Nevertheless, Laubenberg, Gov. Rick Perry, and other backers of the bill consider the notion that a fetus feels pain at 20 weeks is a foregone conclusion. Certainly a fetus develops sensory receptors early in development; the question remains whether the existence of those receptors means that the fetus can register and feel pain. Research has demonstrated that a fetus will recoil in response to invasive procedures and will release stress hormones, evidence to some, including to several doctors who testified Wednesday, that the fetus is feeling pain. But other research, such as that published in JAMA and elsewhere, reflects that it isn't until well into the third-trimester that nerves are sufficiently developed to actually register pain. A 2010 report by the Royal College of Obstetricians and Gynecologists in the U.K. concluded that prior to 24 weeks, a fetus cannot feel pain.
Paul Liu – a pediatrician from Arizona who said he was asked to testify on the Texas bill by his friend Bonnen – said the fact that doctors will often administer anesthesia to a fetus during operations that take place during pregnancy offers proof that a fetus feels pain. (Liu noted that he is not a surgeon and has not administered anesthesia to fetuses, but said he has heard about these procedures.) While that might be a reason to administer anesthesia prior to an induced abortion in the weeks prior to a fetus' viability outside the womb, it isn't a reason to ban abortions, other witnesses suggested. Witnesses opposed to the bill, including obstetrician Christina Sebestyen, argued that many serious congenital anomalies aren't even detectible prior to 20 weeks, and a ban would eliminate any ability to decide how to proceed in those cases – a view shared by the American College of Obstetricians and Gynecologists, which opposes fetal pain bills filed across the country. Moreover, of the 77,592 abortions performed in Texas in 2010, just 420 occurred after 20 weeks – and witnesses testified that those abortions are typically related to some sort of serious medical issue. (Laubenberg was unimpressed by the statistic that, nationally, just over 1% of all abortions happen after 20 weeks. "One abortion is as many to me as 1,000," she said.)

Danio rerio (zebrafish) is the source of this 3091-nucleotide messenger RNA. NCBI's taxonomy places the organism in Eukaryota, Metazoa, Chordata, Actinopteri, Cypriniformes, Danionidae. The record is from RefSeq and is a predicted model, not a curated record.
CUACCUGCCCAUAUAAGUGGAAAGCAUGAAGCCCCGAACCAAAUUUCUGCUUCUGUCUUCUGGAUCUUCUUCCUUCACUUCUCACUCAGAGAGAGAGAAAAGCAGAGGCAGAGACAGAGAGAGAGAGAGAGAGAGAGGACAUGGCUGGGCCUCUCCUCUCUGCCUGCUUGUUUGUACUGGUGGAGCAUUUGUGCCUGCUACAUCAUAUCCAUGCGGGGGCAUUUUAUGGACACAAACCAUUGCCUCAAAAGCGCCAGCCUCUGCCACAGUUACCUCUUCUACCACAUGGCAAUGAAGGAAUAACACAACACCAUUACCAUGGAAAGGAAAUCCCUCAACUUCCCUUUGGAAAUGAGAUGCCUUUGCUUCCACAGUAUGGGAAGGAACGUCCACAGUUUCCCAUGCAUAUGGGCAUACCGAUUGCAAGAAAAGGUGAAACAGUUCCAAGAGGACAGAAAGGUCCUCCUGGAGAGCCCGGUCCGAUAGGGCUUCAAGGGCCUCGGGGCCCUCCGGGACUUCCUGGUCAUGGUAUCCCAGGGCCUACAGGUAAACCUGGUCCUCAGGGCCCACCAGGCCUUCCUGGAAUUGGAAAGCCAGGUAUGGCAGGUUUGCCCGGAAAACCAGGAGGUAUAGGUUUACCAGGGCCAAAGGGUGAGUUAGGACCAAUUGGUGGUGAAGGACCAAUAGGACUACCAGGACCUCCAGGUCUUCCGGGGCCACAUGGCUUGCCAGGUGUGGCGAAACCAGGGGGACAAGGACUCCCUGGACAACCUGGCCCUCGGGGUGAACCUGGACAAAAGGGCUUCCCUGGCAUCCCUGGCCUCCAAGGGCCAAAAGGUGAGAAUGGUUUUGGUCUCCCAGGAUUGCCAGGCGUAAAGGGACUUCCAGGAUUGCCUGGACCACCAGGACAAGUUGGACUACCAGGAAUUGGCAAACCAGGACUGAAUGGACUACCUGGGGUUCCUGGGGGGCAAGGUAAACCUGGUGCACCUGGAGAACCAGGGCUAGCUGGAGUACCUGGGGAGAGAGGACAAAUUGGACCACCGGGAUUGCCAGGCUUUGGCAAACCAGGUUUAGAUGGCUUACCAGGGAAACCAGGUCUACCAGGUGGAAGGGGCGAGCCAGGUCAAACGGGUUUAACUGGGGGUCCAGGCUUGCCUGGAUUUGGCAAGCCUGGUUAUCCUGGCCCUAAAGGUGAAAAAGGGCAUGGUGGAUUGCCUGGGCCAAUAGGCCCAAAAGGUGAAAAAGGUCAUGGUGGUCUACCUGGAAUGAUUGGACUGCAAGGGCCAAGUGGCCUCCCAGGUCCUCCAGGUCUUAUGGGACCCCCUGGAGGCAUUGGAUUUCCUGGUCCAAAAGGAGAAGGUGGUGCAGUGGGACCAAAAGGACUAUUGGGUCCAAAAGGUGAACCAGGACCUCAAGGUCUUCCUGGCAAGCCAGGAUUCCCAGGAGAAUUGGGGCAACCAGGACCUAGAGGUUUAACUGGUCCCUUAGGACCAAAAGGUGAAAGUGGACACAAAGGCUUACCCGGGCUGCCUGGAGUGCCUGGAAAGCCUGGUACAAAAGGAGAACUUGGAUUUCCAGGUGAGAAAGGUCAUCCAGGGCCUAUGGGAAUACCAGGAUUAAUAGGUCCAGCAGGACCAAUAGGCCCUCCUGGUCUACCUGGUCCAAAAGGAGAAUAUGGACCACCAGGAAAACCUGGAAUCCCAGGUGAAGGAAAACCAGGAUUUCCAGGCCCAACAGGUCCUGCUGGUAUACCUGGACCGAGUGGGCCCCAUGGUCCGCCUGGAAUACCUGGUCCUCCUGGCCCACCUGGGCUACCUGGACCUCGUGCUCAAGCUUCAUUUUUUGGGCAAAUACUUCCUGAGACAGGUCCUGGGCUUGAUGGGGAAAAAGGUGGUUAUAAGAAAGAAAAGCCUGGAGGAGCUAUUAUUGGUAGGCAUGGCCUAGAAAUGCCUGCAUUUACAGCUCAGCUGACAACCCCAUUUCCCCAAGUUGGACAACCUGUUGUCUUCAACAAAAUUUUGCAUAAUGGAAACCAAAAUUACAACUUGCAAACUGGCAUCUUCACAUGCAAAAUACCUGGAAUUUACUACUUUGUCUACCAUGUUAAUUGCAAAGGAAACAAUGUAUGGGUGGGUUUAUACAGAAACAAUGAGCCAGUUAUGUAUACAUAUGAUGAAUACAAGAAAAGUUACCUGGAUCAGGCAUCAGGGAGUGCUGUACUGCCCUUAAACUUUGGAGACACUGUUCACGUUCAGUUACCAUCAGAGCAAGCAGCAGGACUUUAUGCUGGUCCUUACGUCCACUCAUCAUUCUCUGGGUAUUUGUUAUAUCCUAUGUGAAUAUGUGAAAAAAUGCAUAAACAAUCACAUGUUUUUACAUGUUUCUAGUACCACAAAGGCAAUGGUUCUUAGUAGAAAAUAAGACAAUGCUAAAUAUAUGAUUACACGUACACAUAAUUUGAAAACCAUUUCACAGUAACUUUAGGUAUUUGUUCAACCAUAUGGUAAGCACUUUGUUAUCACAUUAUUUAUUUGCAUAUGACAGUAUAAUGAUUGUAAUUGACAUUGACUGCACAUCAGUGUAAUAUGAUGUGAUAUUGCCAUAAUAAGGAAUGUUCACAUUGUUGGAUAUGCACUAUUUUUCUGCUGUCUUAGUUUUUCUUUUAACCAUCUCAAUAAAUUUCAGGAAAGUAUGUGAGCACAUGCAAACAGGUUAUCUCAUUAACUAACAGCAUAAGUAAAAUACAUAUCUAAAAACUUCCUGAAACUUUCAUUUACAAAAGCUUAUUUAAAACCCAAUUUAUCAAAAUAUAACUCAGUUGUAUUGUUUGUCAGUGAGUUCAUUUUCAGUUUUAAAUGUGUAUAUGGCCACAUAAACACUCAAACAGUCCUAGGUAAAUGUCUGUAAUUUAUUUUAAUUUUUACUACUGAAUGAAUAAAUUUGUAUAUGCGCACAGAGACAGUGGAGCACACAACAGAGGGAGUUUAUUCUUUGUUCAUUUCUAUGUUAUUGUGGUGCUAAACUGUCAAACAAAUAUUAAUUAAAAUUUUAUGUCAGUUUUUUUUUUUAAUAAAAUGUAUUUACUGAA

ACLU of Texas Legal and Policy Director Rebecca Robertson noted that Texas already has a ban on abortions after 28 weeks, a constitutional ban on later-term abortions that protects the life and health of the mother and contains exception for fetal abnormalities. Laubenberg's bill offers no such exceptions – and because it would ban abortion before viability, the measure would likely be found unconstitutional, Robertson said.
Former Oklahoma state Rep. Kevin Calvey, now vice chair of Oklahomans for Life, said he could guarantee that a fetal pain 20-week ban was "absolutely, rock-solid constitutional," and that if it went to the U.S. Supreme Court it was likely that Justice Anthony Kennedy, often a swing vote, would uphold the measure and reject abortion for fetuses that feel pain – i.e.: after 20 weeks. (That was an opinion shared by Austin financial litigation attorney Jason Collins, who suggested pain might be an "objective" criteria on which to determine viability outside the womb.)
Indeed, Calvey and Laubenberg noted, the Oklahoma ban is still in force – but it hasn't yet been challenged; Idaho's ban was struck down by a federal judge in March, a court challenge to Georgia's 20-week ban is pending, as is a similar law in Arizona. In all, 10 states have passed such legislation since 2010.
Laubenberg’s bill was left pending in committee.